Indonesia says more money needed to stop deforestation

Indonesia says more money needed to stop deforestation

7 September 2007

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Indonesia — The Federal Government has nominated climate change as a top focus of the APEC summit. But one of the Government’s key climate change initiatives is under fire from the very country which benefits from it, Indonesia.

Indonesia is regularly accused of being the world’s third biggest emitter of greenhouse gases because of the vast fires across its deforested peat lands every year.

The country’s Environment Minister Rachmat Witoelar has told ABC radio’s PM program that Australia’s $200 million Global Initiative on Forests and Climate “will not solve too many problems”.

Jakarta regularly makes it into the top 10 lists of the world’s most polluted cities. But it is actually not urban development which is to blame for rocketing Indonesia up the rankings of the world’s worst greenhouse gas offenders.

The vast annual fires in Kalimantan’s deforested peat lands are to blame for that.

Wetlands International places Indonesia’s greenhouse gas emissions behind only the United States and China because of the vast tracts of deforested land where carbon-rich peat decays and catches fire every year, blanketing much of South East Asia in a choking haze.

It is a real problem in search of a real solution and back in March, Indonesia warmly welcomed Australia’s $200 million Global Initiative on Forests and Climate, which is aimed fighting climate change by preserving the world’s forests.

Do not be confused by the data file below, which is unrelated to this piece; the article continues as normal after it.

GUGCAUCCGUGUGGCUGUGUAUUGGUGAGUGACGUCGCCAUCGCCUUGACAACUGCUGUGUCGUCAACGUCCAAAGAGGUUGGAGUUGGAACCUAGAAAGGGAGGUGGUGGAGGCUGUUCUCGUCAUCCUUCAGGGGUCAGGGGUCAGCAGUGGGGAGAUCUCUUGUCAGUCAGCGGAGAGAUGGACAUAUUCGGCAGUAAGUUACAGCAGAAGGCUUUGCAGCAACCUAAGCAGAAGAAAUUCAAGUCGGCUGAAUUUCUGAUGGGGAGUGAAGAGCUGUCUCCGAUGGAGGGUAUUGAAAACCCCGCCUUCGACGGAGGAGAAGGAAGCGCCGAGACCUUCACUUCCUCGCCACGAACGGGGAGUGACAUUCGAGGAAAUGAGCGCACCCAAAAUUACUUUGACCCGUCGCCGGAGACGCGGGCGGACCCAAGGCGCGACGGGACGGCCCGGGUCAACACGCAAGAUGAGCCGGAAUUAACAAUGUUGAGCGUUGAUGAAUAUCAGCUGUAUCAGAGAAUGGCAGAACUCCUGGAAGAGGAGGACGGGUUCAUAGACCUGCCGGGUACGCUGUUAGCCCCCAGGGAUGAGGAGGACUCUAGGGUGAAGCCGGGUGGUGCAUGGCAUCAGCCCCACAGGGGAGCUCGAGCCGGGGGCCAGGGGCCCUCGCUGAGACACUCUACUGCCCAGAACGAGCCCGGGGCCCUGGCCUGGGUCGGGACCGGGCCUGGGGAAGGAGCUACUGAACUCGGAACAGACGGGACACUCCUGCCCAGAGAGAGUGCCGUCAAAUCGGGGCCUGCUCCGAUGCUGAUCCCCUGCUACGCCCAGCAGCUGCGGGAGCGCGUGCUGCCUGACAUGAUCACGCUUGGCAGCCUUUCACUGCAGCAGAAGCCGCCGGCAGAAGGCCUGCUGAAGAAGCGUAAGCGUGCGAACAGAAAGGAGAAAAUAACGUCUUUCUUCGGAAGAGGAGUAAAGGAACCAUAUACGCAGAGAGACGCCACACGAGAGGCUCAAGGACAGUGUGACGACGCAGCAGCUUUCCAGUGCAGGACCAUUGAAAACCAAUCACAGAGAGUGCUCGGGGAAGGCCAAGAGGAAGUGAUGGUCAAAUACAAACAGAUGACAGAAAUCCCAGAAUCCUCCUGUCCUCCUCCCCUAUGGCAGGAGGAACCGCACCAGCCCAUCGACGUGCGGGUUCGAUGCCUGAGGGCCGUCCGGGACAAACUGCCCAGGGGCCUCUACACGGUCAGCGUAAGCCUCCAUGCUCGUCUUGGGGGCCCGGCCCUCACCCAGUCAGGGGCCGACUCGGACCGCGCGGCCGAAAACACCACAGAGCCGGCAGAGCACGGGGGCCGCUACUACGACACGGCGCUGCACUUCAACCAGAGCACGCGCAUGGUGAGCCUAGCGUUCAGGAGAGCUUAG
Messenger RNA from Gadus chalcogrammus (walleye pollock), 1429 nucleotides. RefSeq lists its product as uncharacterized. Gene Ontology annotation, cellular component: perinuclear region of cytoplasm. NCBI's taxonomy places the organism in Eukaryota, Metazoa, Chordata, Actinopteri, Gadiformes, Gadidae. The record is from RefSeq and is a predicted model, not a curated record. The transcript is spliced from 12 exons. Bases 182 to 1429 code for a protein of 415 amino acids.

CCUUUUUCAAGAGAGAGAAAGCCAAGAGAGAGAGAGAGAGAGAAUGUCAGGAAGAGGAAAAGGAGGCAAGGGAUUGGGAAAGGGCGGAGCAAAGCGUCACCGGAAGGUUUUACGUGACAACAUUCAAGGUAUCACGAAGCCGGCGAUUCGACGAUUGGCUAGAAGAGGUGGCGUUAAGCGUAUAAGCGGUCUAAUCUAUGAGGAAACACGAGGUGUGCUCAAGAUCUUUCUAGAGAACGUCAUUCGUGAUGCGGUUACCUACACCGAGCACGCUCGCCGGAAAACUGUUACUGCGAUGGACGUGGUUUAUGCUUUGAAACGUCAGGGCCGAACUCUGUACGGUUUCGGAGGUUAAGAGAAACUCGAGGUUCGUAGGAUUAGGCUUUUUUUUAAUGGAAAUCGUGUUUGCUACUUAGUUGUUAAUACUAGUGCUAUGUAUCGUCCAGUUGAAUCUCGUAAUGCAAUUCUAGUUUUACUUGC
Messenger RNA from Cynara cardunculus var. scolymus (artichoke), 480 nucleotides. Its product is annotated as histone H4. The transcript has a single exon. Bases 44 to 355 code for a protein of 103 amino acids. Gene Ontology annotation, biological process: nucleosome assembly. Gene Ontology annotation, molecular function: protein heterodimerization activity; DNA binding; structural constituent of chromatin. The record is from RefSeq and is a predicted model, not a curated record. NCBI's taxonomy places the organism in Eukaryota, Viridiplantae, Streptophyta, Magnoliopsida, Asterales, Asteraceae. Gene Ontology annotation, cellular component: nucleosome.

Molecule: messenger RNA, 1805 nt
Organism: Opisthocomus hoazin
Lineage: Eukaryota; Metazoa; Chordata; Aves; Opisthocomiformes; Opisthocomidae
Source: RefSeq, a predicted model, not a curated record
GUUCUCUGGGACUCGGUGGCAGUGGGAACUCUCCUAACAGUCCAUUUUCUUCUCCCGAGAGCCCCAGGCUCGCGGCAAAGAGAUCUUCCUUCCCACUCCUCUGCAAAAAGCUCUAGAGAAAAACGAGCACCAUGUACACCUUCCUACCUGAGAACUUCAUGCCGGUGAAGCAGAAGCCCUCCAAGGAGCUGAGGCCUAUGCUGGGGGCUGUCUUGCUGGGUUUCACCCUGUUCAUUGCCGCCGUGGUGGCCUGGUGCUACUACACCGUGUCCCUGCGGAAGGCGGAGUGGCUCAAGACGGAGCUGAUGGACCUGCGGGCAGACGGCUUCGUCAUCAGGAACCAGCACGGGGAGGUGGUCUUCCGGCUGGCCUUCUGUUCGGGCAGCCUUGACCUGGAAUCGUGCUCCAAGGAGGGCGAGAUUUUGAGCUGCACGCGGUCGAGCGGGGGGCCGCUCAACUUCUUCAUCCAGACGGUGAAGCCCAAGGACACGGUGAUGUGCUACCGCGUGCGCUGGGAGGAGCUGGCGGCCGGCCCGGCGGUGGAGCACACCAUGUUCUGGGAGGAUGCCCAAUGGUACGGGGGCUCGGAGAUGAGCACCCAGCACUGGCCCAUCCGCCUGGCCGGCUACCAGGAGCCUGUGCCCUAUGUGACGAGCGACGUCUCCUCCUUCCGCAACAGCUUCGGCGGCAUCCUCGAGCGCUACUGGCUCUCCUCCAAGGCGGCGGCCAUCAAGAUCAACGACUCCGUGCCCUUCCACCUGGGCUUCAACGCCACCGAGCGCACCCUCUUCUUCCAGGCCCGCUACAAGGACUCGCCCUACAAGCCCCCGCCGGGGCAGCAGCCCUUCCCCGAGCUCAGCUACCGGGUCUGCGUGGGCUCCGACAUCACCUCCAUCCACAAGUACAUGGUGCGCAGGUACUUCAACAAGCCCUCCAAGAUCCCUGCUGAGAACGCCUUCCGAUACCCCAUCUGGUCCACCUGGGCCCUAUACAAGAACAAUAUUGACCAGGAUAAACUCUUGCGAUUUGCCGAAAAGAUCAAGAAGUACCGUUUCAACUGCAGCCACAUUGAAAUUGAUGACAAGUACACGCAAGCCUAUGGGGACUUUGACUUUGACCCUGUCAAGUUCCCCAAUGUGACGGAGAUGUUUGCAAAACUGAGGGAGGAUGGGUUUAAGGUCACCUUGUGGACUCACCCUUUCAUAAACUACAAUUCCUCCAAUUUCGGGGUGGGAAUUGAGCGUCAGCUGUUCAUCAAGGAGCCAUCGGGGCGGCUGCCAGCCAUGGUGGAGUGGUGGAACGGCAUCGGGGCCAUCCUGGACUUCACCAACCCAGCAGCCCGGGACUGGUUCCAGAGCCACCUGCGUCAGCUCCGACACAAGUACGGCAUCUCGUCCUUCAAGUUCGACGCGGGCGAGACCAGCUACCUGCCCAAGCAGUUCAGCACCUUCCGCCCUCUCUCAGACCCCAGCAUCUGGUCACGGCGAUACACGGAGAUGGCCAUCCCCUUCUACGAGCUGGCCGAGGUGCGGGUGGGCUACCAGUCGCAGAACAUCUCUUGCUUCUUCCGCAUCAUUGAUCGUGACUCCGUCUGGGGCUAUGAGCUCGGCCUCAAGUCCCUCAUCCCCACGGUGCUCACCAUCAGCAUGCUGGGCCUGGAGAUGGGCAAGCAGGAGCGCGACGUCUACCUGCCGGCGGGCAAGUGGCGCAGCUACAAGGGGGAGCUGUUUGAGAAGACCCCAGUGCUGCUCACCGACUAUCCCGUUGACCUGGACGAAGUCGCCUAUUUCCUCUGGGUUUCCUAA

In July, $10 million of that money was committed to developing forest protection projects in Indonesia.

But now Indonesia’s Environment Minister, Rachmat Witoelar, is questioning what in reality the scheme can achieve.

“Maybe if it is upscaled even more because it does not solve too many problems because $200 million divided into so many areas over five years does not give a lot of forest aid,” he said.

He would like Australia to contribute more.

Experts argue that forest sustainability programs like the Australian initiative are challenged by the local reality that the forests are worth more dead than alive. Timber and palm oil profits are much greater and easier to grasp than vague notions of sustainability.

Indonesia’s Vice President Jusuf Kalla says international alliance is needed to save the forests.

“There are international operations to destroy the forest. Clearly for economic reasons and to improve [there] should be international cooperation to do that,” he said.

Professor Emil Salim is the father of Indonesia’s environmental movement and a senior adviser to Indonesia’s President Susilo Bambang Yudhoyono.

He says that with Indonesia’s current population of 230 million expected to grow by another 100 million in the next 30 years, Indonesia needs very good reasons not to clear land. And local people, he says, need good economic reasons to keep the forests standing.

“Why is Australia not bold enough to really translate the action into getting the technology of Australia transferred to the developing country?” he asked.

“And stop talking about $200 million, $10 million. It’s not money. It’s the capacity of a new development by raising the value added of the forest.”

Indonesia’s real forests debate kicks off in December in Bali, when the United Nations Framework Convention on Climate Change searches for a successor to Kyoto, which decided against awarding carbon credits for what has been dubbed “avoided deforestation”.

In any new Kyoto-style international treaty, Indonesia wants access to the world’s multi-billion dollar carbon credit market not just by planting trees but by keeping them.

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